During my stay here in Florence, Italy I’ve had some amazing opportunities, but by far the coolest experience happened when I stepped into a seemingly ordinary shop on a mundane Tuesday. I heard about a violin maker who rented out instruments and instantly became interested because I wanted to continue preparing for the university’s auditions that would occur in the fall semester. After testing some violins and choosing the instrument I loved most I was approached by the shop owner with something spectacular: the chance to join a Florentine symphony.
The first time I had a real symphony performance occurred last year when the university choir and band joined together for a joyous holiday concert. When I arrived on the following Monday for my first rehearsal with the Florentine symphony I was somewhat confident on what to expect, but I couldn’t have been more wrong. I was the youngest musician there and the construct of the symphony included brass, woodwinds and a full choir. The sound we created was gigantic! That Sunday we performed in a gothic church that dated back centuries, with acoustics that echoed our symphonies for hours.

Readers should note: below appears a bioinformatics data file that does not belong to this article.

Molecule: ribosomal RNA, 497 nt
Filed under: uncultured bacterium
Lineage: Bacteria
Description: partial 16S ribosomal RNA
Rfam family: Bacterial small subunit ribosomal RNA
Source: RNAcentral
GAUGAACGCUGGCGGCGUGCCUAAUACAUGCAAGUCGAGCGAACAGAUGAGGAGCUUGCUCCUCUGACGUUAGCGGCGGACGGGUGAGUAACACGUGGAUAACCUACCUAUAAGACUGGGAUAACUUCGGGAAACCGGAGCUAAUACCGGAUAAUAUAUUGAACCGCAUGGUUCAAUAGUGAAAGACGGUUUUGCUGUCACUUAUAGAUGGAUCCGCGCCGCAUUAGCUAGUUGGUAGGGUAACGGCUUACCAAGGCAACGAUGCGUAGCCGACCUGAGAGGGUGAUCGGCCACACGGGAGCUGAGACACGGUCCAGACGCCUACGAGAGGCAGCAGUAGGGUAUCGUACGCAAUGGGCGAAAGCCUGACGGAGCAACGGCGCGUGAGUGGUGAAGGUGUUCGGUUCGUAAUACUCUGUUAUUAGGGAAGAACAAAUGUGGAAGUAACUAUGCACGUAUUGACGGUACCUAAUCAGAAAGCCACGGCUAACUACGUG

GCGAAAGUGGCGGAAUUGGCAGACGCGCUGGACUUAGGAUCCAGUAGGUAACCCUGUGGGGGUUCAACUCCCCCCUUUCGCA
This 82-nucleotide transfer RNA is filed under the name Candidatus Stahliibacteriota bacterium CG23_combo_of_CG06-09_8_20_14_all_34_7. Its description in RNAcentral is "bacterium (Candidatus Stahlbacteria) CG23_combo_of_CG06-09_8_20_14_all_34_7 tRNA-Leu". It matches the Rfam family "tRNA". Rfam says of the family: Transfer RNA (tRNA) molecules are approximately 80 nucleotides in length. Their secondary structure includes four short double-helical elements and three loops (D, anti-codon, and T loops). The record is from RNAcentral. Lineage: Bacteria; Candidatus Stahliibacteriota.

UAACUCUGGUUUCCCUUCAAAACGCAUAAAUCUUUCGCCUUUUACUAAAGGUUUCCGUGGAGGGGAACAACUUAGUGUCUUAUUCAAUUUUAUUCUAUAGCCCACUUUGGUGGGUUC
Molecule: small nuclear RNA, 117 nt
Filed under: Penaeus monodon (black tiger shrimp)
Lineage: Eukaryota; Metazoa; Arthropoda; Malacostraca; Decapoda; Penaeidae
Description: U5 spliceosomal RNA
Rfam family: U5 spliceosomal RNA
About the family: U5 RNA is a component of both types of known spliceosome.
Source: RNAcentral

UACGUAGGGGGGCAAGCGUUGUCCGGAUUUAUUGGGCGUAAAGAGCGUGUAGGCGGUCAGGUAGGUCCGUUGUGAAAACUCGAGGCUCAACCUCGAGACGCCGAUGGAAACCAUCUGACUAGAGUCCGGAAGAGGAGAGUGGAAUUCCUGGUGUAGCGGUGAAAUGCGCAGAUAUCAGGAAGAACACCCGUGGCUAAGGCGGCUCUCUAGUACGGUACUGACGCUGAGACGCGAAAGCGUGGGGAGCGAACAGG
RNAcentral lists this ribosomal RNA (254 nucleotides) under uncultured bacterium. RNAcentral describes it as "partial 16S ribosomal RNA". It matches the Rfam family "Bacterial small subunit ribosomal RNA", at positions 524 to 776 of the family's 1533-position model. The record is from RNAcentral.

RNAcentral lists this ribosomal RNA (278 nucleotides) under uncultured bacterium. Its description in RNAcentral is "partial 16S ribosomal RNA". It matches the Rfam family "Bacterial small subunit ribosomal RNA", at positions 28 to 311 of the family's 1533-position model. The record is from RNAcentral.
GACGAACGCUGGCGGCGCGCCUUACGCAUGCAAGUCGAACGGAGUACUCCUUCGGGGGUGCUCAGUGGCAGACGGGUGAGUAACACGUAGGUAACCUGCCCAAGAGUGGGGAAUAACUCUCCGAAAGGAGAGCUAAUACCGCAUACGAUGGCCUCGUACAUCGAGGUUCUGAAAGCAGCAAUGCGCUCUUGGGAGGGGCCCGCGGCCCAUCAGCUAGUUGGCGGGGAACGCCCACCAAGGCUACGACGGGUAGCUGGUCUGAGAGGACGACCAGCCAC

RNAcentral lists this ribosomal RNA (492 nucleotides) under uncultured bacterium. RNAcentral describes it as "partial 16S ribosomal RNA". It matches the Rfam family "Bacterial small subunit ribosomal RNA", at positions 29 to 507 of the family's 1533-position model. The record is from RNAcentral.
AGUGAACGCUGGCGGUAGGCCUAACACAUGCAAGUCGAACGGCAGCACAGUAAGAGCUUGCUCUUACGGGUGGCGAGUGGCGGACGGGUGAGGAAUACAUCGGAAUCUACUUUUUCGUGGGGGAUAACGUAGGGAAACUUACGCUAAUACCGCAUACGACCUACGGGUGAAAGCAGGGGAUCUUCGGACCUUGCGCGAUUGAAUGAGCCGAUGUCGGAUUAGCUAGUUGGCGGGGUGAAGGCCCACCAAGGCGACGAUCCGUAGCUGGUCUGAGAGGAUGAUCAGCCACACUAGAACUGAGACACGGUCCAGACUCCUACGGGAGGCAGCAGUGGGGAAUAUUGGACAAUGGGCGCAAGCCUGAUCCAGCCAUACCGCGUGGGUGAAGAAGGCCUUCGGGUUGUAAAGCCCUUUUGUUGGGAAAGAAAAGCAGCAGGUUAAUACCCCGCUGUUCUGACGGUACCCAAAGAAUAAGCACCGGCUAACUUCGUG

Despite some initial differences, I was genuinely surprised at how well I could keep up during rehearsals. I am the only one who speaks english in the Florentine symphony. However, all musical terms are inherently in italian. The countless hours I’ve spent at CNU analyzing our orchestra’s music and discussing musical terms for our desired sound prepared me so well for this experience. Additionally, I kept in mind the components that my professor had instilled with each practice, such as balance and dynamics, when approaching my new environment.
I would’ve never thought that coming here I could end up meeting so many wonderful people and be able to share my love of music with them. I am so honored for this unique opportunity and more importantly feel grateful to the university orchestra which led me to be successful in this endeavor. I can’t wait to return in the fall to perform with my orchestra again and maybe by then they can notice a Florentine flare in my music too.